Thalassemia And Sickle Cell Anemia

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It’s a type of blood disorder which affects the body’s ability to produce hemoglobin and red blood cells. In this disease, patient has less number of red blood cells in their bodies and having less hemoglobin as compared to normal human beings. It results in to development of anemia and fatigue. Thalassemia is caused by variant or missing genes that affect how the body makes hemoglobin. It is a hereditary disease.
What is hemoglobin?
It is a red colour protein that carries the oxygen and nutrients which transports it to the rest of the body. It’s a spongy material inside some of our bones - bone marrow - uses iron that our body takes from food and makes hemoglobin. Two alpha globin and two beta globin protein chains make up hemoglobin.
Types of Thalassemia
1. Alpha Thalassemia = α-Thalassemia is caused by reduced or absent synthesis of α-globin chains. The patient’s hemoglobin does not produce enough alpha proteins, so the fewer alpha chain proteins are produced.
2. Beta Thalassemia = Β-Thalassemia is caused by reduced or absent synthesis of ß-globin chains. We need two globin genes to make beta globin chains. We (all human beings) get one from each parent. If one or two of these genes are faulty, it produces beta Thalassemia.
 Severity of beta Thalassemia also depends on how many genes are mutated:
If one globin gene is mutated - the patient may have Beta Thalassemia minor.
If both globin genes are mutated - the patient may have either moderate or severe symptoms (Colley's anemia).
Causes of Thalassemia
Thalassemia can make the bone marrow expand, which causes bones to widen. This can result in abnormal bone structure, especially in the face and skull.
Cardiovascular illness.
People with Thalassemia have a high risk of infection.
Due to Thalassemia children’s growth become slowed i.e. stunted.
Thalassemia results into congestive heart failure and abnormal heart rhythms (arrhythmias).
In severe form patient needs regular blood transfusion.
Risk of organ failure, liver damage, heart failure
Benefits of Thalassemia
The inherited disease of red blood cells may confer a degree of protection against malaria.
Treatment options for Thalassemia
Bone marrow transplantation also called steam cell transplantation
Blood transfusion = this is done to replenish hemoglobin and red blood cell levels. Patients with moderate to severe Thalassemia will have to repeat transfusions every 4 months, while those with more severe disease may require transfusions every two to four weeks.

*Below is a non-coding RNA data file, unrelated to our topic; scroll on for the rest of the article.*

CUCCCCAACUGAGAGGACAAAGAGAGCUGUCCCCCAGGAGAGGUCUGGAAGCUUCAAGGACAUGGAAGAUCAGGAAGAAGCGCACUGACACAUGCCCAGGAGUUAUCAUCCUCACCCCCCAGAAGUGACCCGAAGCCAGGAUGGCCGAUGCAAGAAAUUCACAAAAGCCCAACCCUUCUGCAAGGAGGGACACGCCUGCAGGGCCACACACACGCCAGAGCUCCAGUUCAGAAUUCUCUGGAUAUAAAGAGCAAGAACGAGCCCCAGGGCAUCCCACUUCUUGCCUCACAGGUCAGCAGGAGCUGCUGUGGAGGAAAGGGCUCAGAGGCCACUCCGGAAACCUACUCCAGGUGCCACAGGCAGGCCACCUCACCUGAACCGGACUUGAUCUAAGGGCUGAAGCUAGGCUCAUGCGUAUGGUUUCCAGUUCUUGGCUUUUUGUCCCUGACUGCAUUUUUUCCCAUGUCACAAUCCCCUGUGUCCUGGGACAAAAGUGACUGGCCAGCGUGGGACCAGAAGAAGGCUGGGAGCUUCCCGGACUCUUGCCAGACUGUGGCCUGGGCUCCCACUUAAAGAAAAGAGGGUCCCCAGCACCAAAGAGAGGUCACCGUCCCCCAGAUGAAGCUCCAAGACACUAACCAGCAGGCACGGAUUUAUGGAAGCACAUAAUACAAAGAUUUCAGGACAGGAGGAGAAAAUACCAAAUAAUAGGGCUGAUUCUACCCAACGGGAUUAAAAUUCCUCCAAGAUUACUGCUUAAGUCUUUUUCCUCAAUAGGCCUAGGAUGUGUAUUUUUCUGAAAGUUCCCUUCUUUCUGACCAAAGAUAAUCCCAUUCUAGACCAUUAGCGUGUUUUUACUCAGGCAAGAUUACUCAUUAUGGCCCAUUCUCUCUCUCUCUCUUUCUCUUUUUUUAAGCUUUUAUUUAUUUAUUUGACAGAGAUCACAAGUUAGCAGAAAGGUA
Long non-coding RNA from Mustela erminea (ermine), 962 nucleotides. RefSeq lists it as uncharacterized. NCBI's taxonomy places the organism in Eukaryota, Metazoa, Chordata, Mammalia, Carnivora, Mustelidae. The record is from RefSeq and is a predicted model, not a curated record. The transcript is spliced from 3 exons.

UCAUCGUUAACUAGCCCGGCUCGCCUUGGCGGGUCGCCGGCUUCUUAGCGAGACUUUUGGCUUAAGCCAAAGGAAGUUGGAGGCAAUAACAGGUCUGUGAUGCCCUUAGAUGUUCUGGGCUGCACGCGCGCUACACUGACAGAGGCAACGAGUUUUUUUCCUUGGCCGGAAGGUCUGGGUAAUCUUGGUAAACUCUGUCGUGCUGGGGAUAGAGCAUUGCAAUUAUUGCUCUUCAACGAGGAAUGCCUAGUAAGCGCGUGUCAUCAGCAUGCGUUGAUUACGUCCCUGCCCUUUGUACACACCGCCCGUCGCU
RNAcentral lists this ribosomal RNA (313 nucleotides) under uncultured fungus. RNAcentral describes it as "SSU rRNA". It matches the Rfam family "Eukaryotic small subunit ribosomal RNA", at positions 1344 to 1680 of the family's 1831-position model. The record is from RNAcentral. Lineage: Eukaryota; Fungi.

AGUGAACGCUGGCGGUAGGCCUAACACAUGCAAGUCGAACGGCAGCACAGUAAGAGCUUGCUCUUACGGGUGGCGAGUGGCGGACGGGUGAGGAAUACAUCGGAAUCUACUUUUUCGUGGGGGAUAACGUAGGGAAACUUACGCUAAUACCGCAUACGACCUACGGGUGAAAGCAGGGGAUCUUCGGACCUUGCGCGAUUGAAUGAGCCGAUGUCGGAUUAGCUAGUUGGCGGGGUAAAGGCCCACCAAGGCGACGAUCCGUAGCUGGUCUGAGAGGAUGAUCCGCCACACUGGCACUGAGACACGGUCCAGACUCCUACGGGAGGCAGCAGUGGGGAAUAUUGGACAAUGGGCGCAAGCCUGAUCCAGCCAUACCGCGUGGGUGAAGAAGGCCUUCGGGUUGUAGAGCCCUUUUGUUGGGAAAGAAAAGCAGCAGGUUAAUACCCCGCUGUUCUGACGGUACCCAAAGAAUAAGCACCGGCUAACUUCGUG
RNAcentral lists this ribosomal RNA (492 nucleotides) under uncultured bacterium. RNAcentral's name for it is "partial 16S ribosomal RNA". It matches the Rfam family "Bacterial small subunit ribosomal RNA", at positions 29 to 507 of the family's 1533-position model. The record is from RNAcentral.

Iron chelating = involves removing excess iron from the bloodstream. Sometimes blood transfusions can cause iron overload. Iron overload is bad for the heart and some other organs
Some patients with bone abnormalities may require surgery.
Sickle cell anemia
It is a hereditary (This means that the gene can be passed on from a parent carrying it to male and female children) disease in which human body makes sickle shaped (the red blood cells are shaped like a crescent) red blood cells. In Sickle cell anemia, sickle cells contain abnormal hemoglobin called sickle hemoglobin. These cells are sticky. They tend to block blood flow in blood vessels.
Sickle cell anemia may differ from person to person. The term disease is applied because the inherited abnormality causes a pathological condition that can lead to death and severe complications.
Mutated genes related for sickle cell dieses
Mutation in the HBB gene causes sickle cell disease. Hemoglobin consists of four protein subunits, typically, two Subunits called alpha-globin and two subunits called beta-globin. The HBB gene provides instructions for making beta-globin. Various versions of beta-globin result from different mutations in the HBB gene.
Blood and blood marrow transplant ( but it can cure only small amount people)
Babies and young children with sickle cell disease must take a daily dose of penicillin to prevent potentially deadly infections. Patients also take folic acid, which helps build new red blood cells.
Doctors advise people with sickle cell disease to get plenty of rest, drink lots of water, and avoid too much physical activity.
Unlike normal red blood cells, which can live for 120 days, sickle-shaped cells live only 10 to 20 days.
Sickle cell disease is most common among people from Africa, India, the Caribbean, the Middle East, and the Mediterranean.
The high prevalence of the defective gene in these regions may be due to the fact that carriers of a mutation in the beta-subunit of hemoglobin are more resistant to malaria. (Malaria is a disease caused by a parasite that is transmitted to a person when they are bitten by an infected mosquito. The sometimes fatal disease is common in hot countries, and causes recurring chills and fever.)
Proper testing of Thalassemia and the Sickle Cell anemia if done can cost around 15,000 rupees.
But government in order to minimize this amount, has recently launched a low-cost, indigenously-manufactured Thalassemia and Sickle Cell diagnostic kit that will simplify the identification of seven common beta-thalassemia mutations and two common abnormal haemoglobins common in India.
The kit is going to be made available at approximately Rs 400 in the public health facilities up to district level.
Reverse Dot Blot Hybridization (RDB) Kit for Thalassemia has been launched by the Health and Family Welfare Ministry, has been developed by scientists of the National Institute of Immuno Haematolgoy (NIIH) and the Indian Council for Medical research (ICMR).
It is being domestically manufactured by IMGENEX Ltd.
The role of the molecular kit is to meet the need for affordable and sensitive tests for the diagnosis of affected children, and pre-natal diagnosis in the first trimester.
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